How do you pronounce Vale? To rhyme with whale or to rhyme with Calais? It is the former, although argument rages about how it should be pronounced when it means goodbye. It is about Joseph Vale (Mark Saturno) and his family and it is goodbye to the idea of a happy family New Year’s get-together and a few other misconceptions. So it’s as pertinent how you pronounce it as it is how you say Möet. It was amusing to hear that argument and satisfying too that foul-mouthed Joe Vale lost it, for he is one of theatre’s most unlikeable characters and it was good to see him get his come-uppance even in so minor a disagreement.
The play opens with a stunning set, the penthouse suite of a luxury hotel – you know, gold curtains to match the gold grand piano, white leather furniture, beautiful crystal chandelier, outsized well-stocked bar, massive windows overlooking Sydney’s Harbour and a wide veranda from which to watch the fireworks and to sport some tasteful Christmas lights. It’s all the work of Designer Mark Thompson and the stage crew. Lighting (Geoff Cobham) is good and the music composed for the play by Hilary Kleinig is subtle and discreet most of the time.
Joe and his wife Tina (Elena Carapetis) are awaiting the arrival of their soon-to-be-a-lawyer daughter Isla (Tilda Cobham-Hervey) and, right from the start, the ugly atmosphere takes us straight into Who’s Afraid of Virginia Woolf territory. The air is thick with the sense of George and Martha’s bitter tension and spiteful verbal cruelty of which Joe is master. Obedient Tina’s body language, her terse replies, frequent “It’s my fault” and tight control hints that she has a secret which will be ours to discover and it’s not long before she’s petting a doll and we are wondering if she has problems rather more pressing than an overbearing, egotistical, self-made business man for a husband. As far as he is concerned, Joe doesn’t just have a relationship with women, he owns them.
But there is new fodder for him to devour when Isla brings her boyfriend Angus (James Smith) to join in the festivities. Angus, however, is no walk-over. Indeed he takes on his future father-in-law in an admirably laid-back, amusing and undefeated way and Joe, convinced that Angus, newly graduated, very bright and loaded with honours, will be after a job before long, is delighted to discover that he was brought up by his mother as a single parent. Joe revels in the torment he can inflict on the young man, the barbs he can throw at his mother via Angus and the acid wit he uses to demean them both. He is astonished when Isla tells him that Diana (Emma Jackson), the mother in question, is returning from abroad and will be joining them to see in the New Year. Her arrival dissipates the toxic atmosphere, her energetic joyousness at seeing her son and pleasure at meeting Isla, fill the stage. She is like none of the others, full of bounce and fun even giving the two of them lurid Christmas jumpers and, curiously, one for Tina’s mysterious doll. Joe isn’t there to dampen her enthusiasm by any nasty remarks and when they do meet he relishes telling her that no, he isn’t hiring the apartment for the holiday, he is the owner of that and several other Vale hotels (shades of Trump, indeed). By then though the game of destruction is afoot and when Joe brings out his big, vicious, bullying guns for her he finds she’s carrying a can of worms that the rest of the play reveals one by one, surprises that ensure that this is one New Year’s celebration no-one will forget.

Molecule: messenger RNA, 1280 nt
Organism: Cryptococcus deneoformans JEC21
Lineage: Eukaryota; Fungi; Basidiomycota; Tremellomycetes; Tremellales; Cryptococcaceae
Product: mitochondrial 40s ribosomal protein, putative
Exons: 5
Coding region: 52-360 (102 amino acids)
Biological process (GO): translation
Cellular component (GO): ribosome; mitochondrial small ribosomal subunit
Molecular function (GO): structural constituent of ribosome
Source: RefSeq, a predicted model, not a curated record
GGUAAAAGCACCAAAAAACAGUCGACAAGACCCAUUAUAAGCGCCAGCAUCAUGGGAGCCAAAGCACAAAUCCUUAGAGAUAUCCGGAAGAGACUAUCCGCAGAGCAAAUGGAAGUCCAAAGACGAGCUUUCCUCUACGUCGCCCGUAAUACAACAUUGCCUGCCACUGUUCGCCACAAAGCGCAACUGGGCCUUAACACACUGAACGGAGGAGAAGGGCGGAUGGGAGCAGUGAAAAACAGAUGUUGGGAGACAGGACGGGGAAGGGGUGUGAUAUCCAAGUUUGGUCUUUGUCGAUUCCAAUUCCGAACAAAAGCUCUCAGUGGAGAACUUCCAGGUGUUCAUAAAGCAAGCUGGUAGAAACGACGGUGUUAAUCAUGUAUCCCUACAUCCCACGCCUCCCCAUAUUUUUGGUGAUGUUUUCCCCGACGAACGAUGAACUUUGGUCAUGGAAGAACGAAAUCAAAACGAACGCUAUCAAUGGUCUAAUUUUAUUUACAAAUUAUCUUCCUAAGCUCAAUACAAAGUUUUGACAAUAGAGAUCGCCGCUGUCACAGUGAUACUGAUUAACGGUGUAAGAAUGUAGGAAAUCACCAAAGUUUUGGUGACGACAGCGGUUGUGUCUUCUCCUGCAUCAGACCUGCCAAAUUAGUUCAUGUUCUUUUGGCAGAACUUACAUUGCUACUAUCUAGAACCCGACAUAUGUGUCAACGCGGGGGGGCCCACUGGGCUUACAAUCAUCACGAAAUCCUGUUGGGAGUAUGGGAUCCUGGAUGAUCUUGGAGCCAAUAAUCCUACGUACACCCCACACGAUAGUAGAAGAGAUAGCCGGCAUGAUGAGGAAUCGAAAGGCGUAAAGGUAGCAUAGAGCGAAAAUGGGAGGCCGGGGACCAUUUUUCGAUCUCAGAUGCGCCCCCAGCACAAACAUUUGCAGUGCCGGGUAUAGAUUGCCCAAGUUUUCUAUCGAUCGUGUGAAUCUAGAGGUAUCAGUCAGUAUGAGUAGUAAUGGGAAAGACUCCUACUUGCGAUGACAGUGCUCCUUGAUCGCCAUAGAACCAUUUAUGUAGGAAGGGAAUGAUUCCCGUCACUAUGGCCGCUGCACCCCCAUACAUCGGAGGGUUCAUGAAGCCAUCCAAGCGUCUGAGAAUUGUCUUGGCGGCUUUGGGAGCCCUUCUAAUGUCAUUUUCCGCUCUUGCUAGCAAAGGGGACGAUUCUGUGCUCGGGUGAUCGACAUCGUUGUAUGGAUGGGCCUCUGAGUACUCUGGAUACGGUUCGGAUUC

This was a World Premier and was commissioned by NIDA for the State Theatre Company. In the programme the author, Nicki Bloom, says, “The world of Vale resonates loudly for us right now, living as we are in a world governed by ruthless, grasping man babies, clinging to their rung on the ladder, with no qualms about kicking those on the rungs below them further down. What is our response to this? What does the future look like? Is the seed or our own destruction embedded in what we create?” The Director (Geordie Brookman) says that Bloom “has bound up all the selfishness, rage and braggadocio that seem to dominate so many middle aged white men in power” and “it centres itself on a family in crisis, the awful tug of war between generations and genders.” Apropos Joe Vale, Bloom quotes Edward Albee’s “You gotta have a swine to show you where the truffles are” but I was hard-put to find the truffles, the precious rewards, the goodness in the dark earth. This is a tragedy based on arrogance, ego, naked ambition, more than a dash of fear – and mischance – the lives of all six characters destroyed in the process.
Joe’s character is overwritten and over-the-top in parts and, in the second act, the play has the characteristics of a melodrama in its sudden revelations. There are fine performances from all the cast and the play is very well staged. It’s a credit to Nicki Bloom, the cast who helped in its construction and the crew. It’s also to the credit of the State Theatre Company that they commission Australian writers to bring us new drama.
Matinee performances (under the misnomer umbrella of “Morning Melodies”) at the State Theatre are followed by sessions when the well-known radio and television presenter, Keith Conlon, talks about the play with some of the cast to an audience of those who choose to stay behind. It is always interesting although both interviewer and cast members can go off into a tangent making sessions a bit long. To answer some of the burning questions the audience have, questions from them would perhaps keep things more on track.
The play, at the Don Dunstan Playhouse, is on now until the 3rd December. Psst... it’s Mow-ett.
State Theatre Company South Australia presents
by Nicki Bloom
Director Geordie Brookman
Venue: Dunstan Playhouse | Address
Dates: 17 Nov — 3 Dec 2017